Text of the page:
CHARLOTTE - The Carolina Panthers say a man impersonating left tackle Travelle Wharton has defrauded a handful of people out of about $25,000.
Panthers director of security Gene Brown said Wednesday that the man has an identification card with Wharton's name and has been able to dupe "about four or five people" into investment scams.
Wharton, a former USC standout, said he has not been the victim of identity theft, but wanted to come forward to warn others who might be approached by the man.
"It's your name, something you work hard for," said Wharton, a starter on the Panthers' offensive line since his rookie season in 2004. "To have somebody doing this, it's kind of a shock and I feel violated."
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Brown said the first incident was about a year ago, when a woman in the Atlanta area claimed she lost $5,300 when the unidentified man promised he would promote events surrounding the Central Intercollegiate Athletic Association basketball tournament in Charlotte. The incidents have continued in the Charlotte area this year.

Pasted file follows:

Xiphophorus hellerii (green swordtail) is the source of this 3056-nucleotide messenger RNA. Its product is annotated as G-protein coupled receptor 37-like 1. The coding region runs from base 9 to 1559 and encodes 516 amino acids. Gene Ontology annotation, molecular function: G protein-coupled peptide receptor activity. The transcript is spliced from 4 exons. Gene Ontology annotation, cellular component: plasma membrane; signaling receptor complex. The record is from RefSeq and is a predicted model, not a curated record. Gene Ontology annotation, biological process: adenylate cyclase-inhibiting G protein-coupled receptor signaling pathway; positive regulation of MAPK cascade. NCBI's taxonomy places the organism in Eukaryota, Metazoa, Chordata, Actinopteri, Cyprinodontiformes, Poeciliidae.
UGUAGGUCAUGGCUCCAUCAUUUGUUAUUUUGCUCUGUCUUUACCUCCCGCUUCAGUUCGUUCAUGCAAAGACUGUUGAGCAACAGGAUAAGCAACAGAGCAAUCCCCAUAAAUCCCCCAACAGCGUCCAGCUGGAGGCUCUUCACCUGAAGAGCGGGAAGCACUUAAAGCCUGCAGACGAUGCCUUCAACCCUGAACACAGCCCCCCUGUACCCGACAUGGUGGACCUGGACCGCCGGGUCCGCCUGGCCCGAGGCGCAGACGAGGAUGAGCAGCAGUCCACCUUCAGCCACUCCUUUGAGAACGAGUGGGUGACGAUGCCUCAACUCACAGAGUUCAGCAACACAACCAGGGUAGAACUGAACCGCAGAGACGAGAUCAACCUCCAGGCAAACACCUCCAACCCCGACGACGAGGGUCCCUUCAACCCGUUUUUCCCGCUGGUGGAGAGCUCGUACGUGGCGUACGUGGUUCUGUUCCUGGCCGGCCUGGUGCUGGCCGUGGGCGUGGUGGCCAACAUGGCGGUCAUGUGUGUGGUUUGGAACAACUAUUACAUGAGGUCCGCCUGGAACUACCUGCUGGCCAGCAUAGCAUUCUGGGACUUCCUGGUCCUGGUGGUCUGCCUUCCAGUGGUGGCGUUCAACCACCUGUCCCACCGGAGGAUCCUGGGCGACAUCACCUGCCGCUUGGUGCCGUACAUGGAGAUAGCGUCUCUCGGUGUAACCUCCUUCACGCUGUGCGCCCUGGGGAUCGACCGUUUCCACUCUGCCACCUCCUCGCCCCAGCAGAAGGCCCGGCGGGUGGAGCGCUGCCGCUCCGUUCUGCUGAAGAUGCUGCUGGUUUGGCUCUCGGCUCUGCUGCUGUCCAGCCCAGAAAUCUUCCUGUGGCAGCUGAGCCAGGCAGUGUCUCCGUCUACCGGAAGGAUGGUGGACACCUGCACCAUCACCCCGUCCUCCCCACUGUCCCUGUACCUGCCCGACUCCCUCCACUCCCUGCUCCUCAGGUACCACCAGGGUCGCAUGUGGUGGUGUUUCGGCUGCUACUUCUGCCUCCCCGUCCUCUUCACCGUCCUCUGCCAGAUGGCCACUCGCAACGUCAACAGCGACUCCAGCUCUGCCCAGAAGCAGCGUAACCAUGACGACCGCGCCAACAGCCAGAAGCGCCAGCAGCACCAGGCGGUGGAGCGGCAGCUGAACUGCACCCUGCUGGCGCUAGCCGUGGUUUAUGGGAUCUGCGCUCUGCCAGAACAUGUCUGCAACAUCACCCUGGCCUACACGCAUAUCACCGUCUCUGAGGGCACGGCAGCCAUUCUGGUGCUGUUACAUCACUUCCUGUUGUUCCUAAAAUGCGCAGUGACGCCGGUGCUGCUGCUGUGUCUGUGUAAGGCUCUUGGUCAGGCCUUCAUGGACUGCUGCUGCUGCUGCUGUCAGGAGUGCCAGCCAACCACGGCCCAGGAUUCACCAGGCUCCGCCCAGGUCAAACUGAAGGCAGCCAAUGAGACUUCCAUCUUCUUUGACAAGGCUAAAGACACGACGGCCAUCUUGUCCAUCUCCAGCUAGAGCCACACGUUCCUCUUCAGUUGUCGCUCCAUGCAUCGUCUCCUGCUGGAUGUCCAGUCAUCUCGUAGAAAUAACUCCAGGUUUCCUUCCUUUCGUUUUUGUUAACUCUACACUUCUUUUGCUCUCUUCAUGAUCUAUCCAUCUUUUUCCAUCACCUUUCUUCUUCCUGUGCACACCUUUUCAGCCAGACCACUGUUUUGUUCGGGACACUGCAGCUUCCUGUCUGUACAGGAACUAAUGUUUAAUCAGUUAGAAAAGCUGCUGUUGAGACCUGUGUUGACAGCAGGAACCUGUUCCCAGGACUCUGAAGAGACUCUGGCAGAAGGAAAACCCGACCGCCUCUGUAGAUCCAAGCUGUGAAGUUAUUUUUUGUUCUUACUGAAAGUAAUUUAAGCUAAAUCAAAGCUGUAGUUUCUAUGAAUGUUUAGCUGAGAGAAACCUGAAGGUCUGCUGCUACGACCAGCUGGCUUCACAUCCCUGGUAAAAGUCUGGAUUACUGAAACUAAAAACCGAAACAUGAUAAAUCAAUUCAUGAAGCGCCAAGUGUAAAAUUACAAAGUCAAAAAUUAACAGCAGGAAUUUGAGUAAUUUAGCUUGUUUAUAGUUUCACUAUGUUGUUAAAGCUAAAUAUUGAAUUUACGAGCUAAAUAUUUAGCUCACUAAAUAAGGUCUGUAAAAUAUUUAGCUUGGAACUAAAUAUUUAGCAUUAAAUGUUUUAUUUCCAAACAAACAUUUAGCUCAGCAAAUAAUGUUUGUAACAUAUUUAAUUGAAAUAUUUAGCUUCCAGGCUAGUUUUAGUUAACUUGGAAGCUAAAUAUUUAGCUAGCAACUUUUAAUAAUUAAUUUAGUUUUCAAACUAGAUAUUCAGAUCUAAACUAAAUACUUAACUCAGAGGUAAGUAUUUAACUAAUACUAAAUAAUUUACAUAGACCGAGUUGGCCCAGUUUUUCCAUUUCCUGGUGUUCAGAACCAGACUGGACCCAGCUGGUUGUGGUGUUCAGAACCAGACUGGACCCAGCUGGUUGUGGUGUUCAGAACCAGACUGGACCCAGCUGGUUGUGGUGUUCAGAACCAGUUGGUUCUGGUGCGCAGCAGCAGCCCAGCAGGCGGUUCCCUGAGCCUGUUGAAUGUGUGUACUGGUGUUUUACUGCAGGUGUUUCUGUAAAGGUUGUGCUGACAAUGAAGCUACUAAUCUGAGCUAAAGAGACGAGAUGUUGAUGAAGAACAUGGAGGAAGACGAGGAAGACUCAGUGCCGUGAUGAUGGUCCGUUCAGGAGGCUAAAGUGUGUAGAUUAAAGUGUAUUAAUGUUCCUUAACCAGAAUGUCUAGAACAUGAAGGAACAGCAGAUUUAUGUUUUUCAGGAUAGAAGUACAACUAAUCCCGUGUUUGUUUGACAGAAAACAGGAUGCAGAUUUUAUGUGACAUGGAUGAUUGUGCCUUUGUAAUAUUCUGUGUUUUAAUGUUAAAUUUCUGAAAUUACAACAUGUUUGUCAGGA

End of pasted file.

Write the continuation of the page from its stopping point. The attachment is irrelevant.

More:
Brown said Charlotte-Mecklenburg police, Pineville (N.C.) police and NFL security are investigating. He said the man has been identified, but no arrests have been made.
Charlotte police spokeswoman Rosalyn Harrington said she had no information on the case.
"If somebody approaches you, do your research," the 6-foot-4, 320-pound Wharton said. "Be very cautious."
Brown said he set up a meeting with the first unidentified woman who claimed to be defrauded and Wharton shortly after she contacted the team.
"This person was supposedly going to promote some big event and was going to turn her $5,300 into, I don't know, $15,000 or $20,000 in a matter of a few weeks," Brown said. "She sat down and as soon as she looked at Travelle she knew that it was not him and that she had been duped."
The Panthers say there was another incident about a year ago when a person posing as Panthers safety Charles Godfrey was soliciting money for tickets to games and postgame visits to the locker room.
"Our players don't raise money that way," Brown said. "People just need to be very cautious."